Insurance: business practice, suitability and eligibility

The rules in ICOBS 7 were amended so they were closer to the wording in the Distance Marketing of Consumer Financial Services Directive (DMD). The requirements applying to insurers are unchanged.

Intermediaries and the claims handling rules

In general, the claims handling rules apply to the insurer. But our Handbook rules (ICOBS 8.3) apply to the intermediary. Principle 8 requires conflicts of interest to be managed fairly. It states you should consider whether you can manage conflicts of interest through disclosure to the customer and obtaining their consent.

If you are acting for an insurer at the claims stage, and you also arranged the policy for the customer, our rules (ICOBS 8.3.3G(3)) say you need to consider the risk of becoming unable to act without breaching your duty to either the insurer or the customer. You should tell the customer you intend to act for the insurer in handling the claim.

Your sales process and giving advice

'Advice' must be on the advantages and disadvantages of the customer buying or selling a particular insurance contract (or contracts).

For example, recommending that someone should buy household contents insurance (without mentioning a specific insurer or policy) that is unconnected with the sale of a contract would not be defined as 'advice'.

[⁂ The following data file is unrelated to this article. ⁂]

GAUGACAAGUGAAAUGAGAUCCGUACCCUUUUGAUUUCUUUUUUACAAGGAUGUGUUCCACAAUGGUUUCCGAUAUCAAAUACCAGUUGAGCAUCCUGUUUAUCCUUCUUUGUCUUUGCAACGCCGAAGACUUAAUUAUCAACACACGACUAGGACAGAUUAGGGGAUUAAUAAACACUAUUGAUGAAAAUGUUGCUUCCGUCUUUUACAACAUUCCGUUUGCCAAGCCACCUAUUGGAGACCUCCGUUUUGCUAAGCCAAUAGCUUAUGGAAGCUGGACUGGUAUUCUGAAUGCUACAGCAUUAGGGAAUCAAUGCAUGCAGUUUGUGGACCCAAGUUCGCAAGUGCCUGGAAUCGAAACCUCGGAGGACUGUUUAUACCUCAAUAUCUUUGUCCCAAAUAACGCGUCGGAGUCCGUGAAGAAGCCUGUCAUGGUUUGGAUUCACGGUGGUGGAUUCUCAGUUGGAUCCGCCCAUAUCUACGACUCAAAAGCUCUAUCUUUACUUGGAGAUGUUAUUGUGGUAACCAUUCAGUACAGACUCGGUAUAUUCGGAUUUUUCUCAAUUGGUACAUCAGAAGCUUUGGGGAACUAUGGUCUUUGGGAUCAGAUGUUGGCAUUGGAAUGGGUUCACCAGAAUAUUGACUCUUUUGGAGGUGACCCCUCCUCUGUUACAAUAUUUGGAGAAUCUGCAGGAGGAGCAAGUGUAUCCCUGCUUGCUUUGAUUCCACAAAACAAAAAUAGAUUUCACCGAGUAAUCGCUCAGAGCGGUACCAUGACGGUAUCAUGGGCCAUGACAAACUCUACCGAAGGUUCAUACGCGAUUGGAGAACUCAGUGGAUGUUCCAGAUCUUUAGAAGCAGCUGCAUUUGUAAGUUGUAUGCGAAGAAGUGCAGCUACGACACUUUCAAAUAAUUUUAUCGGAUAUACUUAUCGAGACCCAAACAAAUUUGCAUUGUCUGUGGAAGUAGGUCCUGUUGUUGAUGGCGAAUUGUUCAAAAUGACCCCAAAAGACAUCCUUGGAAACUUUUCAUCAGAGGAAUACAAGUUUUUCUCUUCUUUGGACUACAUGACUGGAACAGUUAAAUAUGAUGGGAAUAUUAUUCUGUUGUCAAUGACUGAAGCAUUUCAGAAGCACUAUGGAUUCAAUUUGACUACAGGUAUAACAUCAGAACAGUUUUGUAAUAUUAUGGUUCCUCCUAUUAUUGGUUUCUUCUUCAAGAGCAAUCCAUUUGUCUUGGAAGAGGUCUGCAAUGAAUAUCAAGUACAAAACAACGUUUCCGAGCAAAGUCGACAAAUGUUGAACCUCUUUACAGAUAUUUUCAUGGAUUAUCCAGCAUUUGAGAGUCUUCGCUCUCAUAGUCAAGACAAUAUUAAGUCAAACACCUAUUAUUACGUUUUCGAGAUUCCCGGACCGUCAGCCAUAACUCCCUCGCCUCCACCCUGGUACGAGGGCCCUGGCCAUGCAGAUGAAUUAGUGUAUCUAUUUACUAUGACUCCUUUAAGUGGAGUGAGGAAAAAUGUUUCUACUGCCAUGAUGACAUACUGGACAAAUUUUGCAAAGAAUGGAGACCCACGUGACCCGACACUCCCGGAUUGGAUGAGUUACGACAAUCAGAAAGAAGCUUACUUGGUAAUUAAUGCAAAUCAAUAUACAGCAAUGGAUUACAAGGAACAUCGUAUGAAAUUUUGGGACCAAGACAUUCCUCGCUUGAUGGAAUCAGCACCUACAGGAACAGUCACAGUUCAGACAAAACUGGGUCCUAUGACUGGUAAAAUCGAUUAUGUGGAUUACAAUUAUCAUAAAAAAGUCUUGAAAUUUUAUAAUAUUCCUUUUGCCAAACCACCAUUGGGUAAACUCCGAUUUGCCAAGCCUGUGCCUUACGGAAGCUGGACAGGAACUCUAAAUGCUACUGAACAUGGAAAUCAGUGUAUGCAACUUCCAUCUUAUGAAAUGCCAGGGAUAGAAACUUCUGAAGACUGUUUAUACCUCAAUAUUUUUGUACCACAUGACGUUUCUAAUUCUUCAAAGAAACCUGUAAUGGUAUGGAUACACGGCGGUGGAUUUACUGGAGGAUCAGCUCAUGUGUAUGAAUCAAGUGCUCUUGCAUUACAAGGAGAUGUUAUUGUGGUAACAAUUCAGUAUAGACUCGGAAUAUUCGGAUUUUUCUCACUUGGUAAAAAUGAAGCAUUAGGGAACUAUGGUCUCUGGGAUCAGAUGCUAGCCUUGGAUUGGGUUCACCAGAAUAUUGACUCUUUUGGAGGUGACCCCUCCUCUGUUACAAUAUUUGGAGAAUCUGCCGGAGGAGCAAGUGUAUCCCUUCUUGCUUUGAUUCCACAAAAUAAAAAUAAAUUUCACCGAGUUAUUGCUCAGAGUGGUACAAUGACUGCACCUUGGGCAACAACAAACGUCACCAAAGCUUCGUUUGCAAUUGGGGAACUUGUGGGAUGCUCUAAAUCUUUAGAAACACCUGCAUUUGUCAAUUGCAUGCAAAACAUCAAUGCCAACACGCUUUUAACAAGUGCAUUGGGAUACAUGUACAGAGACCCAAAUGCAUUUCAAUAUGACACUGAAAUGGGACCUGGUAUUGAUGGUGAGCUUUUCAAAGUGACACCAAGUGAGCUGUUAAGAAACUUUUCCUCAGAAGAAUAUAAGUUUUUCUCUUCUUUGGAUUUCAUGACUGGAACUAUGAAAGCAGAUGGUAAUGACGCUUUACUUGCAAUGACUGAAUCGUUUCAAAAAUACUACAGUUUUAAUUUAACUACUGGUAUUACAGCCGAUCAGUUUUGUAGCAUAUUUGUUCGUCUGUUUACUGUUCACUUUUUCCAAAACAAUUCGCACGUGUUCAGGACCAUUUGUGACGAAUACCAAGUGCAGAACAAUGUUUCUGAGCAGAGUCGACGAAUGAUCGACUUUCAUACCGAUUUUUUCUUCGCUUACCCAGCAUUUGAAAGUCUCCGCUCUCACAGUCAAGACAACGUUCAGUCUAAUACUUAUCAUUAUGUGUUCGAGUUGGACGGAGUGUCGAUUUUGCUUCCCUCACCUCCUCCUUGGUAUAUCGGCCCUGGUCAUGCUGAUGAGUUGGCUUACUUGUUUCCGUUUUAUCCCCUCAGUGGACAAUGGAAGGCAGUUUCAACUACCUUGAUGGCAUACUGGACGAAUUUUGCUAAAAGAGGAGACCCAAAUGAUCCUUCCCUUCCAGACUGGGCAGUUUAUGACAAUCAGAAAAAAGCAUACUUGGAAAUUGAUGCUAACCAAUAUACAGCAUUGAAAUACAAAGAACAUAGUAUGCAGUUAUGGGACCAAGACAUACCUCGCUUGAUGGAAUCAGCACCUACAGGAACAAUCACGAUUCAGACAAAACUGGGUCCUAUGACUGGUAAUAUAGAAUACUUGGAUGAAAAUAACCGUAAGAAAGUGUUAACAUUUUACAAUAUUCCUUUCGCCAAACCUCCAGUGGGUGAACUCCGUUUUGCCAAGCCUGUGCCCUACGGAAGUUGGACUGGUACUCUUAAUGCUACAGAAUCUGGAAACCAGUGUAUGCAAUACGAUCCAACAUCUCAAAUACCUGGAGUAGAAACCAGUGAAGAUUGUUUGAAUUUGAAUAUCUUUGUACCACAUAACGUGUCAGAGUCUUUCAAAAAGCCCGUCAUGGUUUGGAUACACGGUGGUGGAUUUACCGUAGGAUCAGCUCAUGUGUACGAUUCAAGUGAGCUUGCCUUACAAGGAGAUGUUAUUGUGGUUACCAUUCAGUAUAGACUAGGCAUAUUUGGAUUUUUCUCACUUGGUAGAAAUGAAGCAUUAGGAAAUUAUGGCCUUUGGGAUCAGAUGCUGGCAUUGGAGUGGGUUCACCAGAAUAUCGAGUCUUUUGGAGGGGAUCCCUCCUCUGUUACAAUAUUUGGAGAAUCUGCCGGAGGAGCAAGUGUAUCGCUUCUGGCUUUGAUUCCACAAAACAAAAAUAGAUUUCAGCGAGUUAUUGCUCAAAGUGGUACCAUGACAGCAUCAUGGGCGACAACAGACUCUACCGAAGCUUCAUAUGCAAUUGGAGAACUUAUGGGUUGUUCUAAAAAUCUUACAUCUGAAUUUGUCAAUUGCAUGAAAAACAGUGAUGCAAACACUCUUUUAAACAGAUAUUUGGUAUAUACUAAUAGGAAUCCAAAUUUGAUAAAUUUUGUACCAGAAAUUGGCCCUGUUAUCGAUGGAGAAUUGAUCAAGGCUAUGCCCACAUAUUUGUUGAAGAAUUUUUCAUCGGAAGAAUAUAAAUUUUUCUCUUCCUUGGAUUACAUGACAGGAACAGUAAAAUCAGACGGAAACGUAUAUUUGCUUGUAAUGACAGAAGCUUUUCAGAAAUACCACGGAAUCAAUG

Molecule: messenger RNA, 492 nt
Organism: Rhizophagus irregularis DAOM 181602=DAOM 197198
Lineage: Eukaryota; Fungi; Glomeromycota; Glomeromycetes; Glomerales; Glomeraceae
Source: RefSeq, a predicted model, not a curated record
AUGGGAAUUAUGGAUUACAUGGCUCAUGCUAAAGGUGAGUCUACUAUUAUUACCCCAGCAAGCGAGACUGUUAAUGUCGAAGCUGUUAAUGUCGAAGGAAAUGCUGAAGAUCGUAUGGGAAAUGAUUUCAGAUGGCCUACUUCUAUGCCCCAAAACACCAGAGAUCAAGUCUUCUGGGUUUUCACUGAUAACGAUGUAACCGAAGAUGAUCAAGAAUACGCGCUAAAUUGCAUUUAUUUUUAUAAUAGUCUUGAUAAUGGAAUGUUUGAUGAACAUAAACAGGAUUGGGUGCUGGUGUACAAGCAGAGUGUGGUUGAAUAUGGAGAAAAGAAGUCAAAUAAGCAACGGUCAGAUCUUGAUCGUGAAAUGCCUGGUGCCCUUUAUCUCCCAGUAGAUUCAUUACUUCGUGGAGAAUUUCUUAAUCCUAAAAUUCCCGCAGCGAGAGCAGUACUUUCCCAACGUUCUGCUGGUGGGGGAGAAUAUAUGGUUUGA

Meet the rule/guidance on eligibility

Our Handbook guidance for all contracts says the firm should take reasonable steps to ensure that a customer only buys a policy under which they are eligible to claim benefits. If the firm finds that only parts of the cover apply, it should inform the customer.

For general insurance, an example would be where a leaseholder asks for buildings insurance – this should make you ask whether buildings insurance is already in place through the freeholder. Or if a pet owner with a pet over the age accepted under a pet insurance policy asks you for cover, you should point out that he would not be able to claim under the policy and not sell it to him.

Making sure the customer discloses material facts

Under our guidance at ICOBS 5.1.4G, which refers to restrictions in ICOBS 8.1, claims by a consumer can't be rejected for non-disclosure of a material fact the customer couldn't reasonably have been expected to have disclosed. Ways to ensure a customer knows what they should disclose include:

  • explaining to them their duty to disclose material facts, what they should disclose, and the consequences of non-disclosure (ie, that their claim could be rejected or reduced if they give false information or fail to disclose important information)
  • asking them clear questions on what the insurer considers material to the risk